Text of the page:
COVID-19: You’ve been asked to self-isolate. Now how do you pay the bills?

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A Metro Vancouver woman under quarantine after possibly being exposed to a COVID-19 patient says she's been left without support and fears her time off work will use up her vacation and sick days. – Feb 26, 2020

With concern growing about the possibility of COVID-19 becoming a genuine pandemic, what are the options available to people who’ve been forced into isolation at home?

That’s the question one B.C. woman, who Global News has agreed not to identify for privacy reasons, is asking after finding herself trapped at home after coming into contact with a coronavirus patient.

The woman was at Ridge Meadows hospital earlier this month when the contact happened. Days later, she was contacted by public health officials.

READ MORE: COVID-19: B.C. hopeful virus can be contained, but preparing for possible pandemic

“I was in the vicinity at the same time this person was there, so they were essentially back calling, they were retracing everybody’s comings and goings … that afternoon,” she told Global News.

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That activated the province’s self-isolation protocol, and the woman says she’s been asked to remain at home until early March.

“So that means not going to work and not going into the community at all. They call me every day to check my temperature and check if I have symptoms, and that’s it,” she said.

But days or weeks away from work can be costly.

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COVID-19 prompts new warnings in U.S – Feb 25, 2020

The woman told Global News she spoke with her employer, her union and even WorkSafeBC.

She says she was told her options are to use sick days and vacation time.

“That’s going to take time away from my family this year, I’ve worked for that time to be saved up to be used at my choice, and I don’t really feel like I should have to use sick and vacation time — I’m doing neither of those things,” she said.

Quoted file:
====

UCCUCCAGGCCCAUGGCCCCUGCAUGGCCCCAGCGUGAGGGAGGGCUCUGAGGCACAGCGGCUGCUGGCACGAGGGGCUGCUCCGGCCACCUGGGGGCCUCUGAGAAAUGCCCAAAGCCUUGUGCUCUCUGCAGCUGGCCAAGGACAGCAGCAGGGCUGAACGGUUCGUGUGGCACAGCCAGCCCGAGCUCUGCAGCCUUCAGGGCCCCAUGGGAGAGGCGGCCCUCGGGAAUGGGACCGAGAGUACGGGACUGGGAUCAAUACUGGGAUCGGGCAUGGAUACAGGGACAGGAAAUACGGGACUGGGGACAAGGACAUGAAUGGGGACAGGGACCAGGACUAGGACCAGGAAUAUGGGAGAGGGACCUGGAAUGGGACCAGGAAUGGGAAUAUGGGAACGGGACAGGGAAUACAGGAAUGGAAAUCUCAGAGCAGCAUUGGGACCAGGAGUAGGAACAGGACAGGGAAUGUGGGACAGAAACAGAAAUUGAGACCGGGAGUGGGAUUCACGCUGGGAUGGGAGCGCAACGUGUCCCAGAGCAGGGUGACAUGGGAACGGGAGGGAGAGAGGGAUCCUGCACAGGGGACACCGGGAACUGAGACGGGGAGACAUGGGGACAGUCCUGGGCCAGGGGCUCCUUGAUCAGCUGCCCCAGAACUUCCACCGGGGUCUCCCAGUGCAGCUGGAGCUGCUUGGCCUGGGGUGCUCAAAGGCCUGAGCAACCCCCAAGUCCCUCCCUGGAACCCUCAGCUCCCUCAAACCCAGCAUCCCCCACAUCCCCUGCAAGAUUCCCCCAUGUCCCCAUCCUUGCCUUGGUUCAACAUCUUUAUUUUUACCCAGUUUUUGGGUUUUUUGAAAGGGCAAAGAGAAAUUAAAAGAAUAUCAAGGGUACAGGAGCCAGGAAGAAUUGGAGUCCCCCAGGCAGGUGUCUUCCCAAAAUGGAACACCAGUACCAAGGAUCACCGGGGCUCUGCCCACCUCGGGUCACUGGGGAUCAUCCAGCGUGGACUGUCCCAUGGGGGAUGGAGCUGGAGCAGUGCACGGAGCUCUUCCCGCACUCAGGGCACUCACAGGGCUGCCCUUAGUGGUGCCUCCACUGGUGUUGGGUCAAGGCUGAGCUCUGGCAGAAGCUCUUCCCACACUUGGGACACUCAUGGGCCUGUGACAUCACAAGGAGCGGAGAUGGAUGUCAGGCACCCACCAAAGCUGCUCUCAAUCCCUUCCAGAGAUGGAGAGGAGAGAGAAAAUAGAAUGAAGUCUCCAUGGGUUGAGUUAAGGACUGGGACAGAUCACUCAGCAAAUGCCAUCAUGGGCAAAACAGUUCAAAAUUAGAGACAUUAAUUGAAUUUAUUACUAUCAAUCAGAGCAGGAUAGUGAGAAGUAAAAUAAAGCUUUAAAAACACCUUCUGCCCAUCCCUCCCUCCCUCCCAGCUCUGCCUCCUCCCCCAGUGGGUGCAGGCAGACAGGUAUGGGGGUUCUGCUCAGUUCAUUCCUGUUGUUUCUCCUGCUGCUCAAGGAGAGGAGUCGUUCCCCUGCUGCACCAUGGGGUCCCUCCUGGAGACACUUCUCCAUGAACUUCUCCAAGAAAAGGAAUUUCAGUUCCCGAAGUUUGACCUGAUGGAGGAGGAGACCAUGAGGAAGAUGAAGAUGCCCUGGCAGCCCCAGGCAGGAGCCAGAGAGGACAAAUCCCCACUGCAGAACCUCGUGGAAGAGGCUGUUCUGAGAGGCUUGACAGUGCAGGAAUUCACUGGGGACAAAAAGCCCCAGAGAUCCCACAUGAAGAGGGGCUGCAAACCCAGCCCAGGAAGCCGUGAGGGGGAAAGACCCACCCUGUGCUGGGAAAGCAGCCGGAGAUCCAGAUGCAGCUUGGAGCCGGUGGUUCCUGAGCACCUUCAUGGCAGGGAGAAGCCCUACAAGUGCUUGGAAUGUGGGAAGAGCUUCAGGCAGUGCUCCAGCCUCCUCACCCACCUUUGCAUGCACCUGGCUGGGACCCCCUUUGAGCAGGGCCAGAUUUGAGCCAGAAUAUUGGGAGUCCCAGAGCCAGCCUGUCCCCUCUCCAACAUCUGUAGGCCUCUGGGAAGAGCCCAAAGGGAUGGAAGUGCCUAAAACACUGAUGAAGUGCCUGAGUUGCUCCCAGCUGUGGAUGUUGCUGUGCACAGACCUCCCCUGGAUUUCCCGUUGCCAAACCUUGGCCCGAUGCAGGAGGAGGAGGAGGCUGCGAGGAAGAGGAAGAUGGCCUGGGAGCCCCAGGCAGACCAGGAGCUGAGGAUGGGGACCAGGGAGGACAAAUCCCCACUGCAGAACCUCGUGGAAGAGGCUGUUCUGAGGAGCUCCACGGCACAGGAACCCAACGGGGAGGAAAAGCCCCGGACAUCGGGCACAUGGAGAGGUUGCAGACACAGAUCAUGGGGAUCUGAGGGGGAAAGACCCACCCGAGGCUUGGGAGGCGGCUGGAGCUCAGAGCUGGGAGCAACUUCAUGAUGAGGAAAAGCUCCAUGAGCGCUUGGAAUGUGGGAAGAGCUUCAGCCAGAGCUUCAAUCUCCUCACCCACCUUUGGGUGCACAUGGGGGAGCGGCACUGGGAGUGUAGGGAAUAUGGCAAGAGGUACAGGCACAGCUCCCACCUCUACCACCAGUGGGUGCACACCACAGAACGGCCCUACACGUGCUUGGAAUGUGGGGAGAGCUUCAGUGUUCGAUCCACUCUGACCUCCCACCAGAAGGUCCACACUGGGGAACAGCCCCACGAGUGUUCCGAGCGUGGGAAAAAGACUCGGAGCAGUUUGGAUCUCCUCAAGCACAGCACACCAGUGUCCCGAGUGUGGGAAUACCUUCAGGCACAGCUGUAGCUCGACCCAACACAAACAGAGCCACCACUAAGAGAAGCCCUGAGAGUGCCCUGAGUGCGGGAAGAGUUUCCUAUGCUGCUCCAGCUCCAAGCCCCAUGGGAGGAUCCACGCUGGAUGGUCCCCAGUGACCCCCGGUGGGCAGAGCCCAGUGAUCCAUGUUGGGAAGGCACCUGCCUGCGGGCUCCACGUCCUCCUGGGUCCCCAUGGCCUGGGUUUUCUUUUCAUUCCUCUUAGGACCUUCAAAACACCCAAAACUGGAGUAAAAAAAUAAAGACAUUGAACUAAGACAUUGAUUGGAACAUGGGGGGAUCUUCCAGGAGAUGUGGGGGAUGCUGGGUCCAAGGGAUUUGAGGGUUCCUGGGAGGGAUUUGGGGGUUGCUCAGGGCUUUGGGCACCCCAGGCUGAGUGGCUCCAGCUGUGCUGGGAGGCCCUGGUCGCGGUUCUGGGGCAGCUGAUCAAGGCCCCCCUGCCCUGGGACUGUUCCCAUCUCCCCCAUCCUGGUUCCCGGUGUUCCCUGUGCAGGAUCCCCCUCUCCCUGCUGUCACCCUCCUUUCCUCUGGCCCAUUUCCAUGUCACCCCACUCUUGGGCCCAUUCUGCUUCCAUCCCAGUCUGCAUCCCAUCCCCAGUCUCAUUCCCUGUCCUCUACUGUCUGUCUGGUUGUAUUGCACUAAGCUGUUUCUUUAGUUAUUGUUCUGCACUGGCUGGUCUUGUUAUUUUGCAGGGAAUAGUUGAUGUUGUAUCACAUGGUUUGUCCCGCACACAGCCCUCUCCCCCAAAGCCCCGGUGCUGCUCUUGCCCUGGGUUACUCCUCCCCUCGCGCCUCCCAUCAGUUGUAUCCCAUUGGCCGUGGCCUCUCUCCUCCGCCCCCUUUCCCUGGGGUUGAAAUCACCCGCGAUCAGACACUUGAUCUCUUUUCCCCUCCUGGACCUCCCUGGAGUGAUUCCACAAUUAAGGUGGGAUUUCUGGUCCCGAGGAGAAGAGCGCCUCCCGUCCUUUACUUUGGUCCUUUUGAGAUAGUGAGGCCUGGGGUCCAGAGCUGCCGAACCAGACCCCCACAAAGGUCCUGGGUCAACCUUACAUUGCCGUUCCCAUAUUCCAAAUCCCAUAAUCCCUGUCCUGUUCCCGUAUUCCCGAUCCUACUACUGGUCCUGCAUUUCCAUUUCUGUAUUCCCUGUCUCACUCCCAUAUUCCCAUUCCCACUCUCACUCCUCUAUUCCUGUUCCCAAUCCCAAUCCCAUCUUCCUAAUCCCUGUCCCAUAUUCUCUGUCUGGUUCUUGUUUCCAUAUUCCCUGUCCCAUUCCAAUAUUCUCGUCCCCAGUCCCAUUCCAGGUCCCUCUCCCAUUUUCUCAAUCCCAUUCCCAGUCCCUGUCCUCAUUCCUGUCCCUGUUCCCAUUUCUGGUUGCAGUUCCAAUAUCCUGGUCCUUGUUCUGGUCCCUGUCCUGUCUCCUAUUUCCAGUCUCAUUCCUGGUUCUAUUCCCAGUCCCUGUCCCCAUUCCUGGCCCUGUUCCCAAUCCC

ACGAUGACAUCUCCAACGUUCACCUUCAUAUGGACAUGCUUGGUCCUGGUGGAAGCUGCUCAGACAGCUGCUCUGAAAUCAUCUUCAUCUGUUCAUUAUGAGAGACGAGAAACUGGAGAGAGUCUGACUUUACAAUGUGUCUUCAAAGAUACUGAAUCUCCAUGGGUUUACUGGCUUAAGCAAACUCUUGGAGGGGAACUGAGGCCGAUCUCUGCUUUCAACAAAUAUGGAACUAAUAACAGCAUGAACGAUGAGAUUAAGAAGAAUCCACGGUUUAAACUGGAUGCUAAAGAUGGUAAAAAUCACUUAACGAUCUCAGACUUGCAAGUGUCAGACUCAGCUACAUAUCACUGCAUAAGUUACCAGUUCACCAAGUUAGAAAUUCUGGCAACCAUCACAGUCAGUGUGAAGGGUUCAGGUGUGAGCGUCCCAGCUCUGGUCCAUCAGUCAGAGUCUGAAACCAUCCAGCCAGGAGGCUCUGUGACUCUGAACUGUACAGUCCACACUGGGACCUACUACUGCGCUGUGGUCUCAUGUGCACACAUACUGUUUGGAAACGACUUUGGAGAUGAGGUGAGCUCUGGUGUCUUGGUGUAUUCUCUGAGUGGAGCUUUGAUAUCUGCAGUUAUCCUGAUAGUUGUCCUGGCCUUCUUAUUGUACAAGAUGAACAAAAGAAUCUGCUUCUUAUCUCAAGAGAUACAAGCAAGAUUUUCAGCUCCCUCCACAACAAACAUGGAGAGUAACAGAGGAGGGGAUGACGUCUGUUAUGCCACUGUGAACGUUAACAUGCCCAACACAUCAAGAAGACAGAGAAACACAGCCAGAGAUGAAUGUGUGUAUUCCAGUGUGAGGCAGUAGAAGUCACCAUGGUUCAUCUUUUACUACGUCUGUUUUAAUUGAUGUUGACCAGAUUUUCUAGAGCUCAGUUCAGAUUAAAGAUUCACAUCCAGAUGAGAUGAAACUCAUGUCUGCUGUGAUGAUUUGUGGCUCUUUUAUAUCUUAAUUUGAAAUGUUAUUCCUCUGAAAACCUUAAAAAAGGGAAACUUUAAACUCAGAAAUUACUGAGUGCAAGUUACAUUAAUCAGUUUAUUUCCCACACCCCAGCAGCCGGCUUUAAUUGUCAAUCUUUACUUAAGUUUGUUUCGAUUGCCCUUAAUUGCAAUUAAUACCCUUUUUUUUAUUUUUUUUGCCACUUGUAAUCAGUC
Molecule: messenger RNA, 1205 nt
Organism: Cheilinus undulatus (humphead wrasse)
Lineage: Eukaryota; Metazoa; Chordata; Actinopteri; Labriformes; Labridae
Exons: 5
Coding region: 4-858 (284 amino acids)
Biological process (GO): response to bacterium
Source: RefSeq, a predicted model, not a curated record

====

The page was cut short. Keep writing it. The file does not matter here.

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B.C. employment lawyer Sara Forte says it’s a rare situation, one last seen during the 2003 SARS outbreak.

READ MORE: COVID-19: Remaining Canadians quarantined at CFB Trenton released

“In British Columbia, there is actually no legal requirement for employers to provide paid sick time,” Forte told Global News.

She said the situation will likely require flexibility on the part of government, employers and workers.

That could mean dipping into flex time, lieu time or vacation time, or trying to find a way to work remotely from home.

She said the province could also look at what the government did during SARS — creating a special waiver for the employment insurance waiting period.

Under current regulations, an applicant must wait a week from the point they are unable to work before they can apply for EI.

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“What they did is they made an exception where if you were quarantined, that waiting period was waived and you could access EI benefits immediately,” said Forte.

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“What we don’t want is employees coming to work feeling pressured or desperate financially when they’re symptomatic.”

Asked about concerns Tuesday, B.C. health officials said the issue has yet to become a major problem.

“There is processes in place that we have to support people,” said Dr. Bonnie Henry.

“There’s a number of people whose workplaces have allowed them to work from home when they’ve been in isolation,” she added.

READ MORE: ‘Time is everything’: How the world is preparing for a widespread COVID-19 outbreak

But with B.C. gearing up for the possibility that wider transmission of COVID-19 could reach Canadian shores, concern about how some workers will support themselves is top of mind for the B.C. woman Global News spoke with.

“Many people don’t have that luxury (of sick or vacation pay),” she said.

“[They] may have to take the time off and lose their job or actually just make the choice to go to work — especially if they’re showing no symptoms.”

With files from Aaron McArthur

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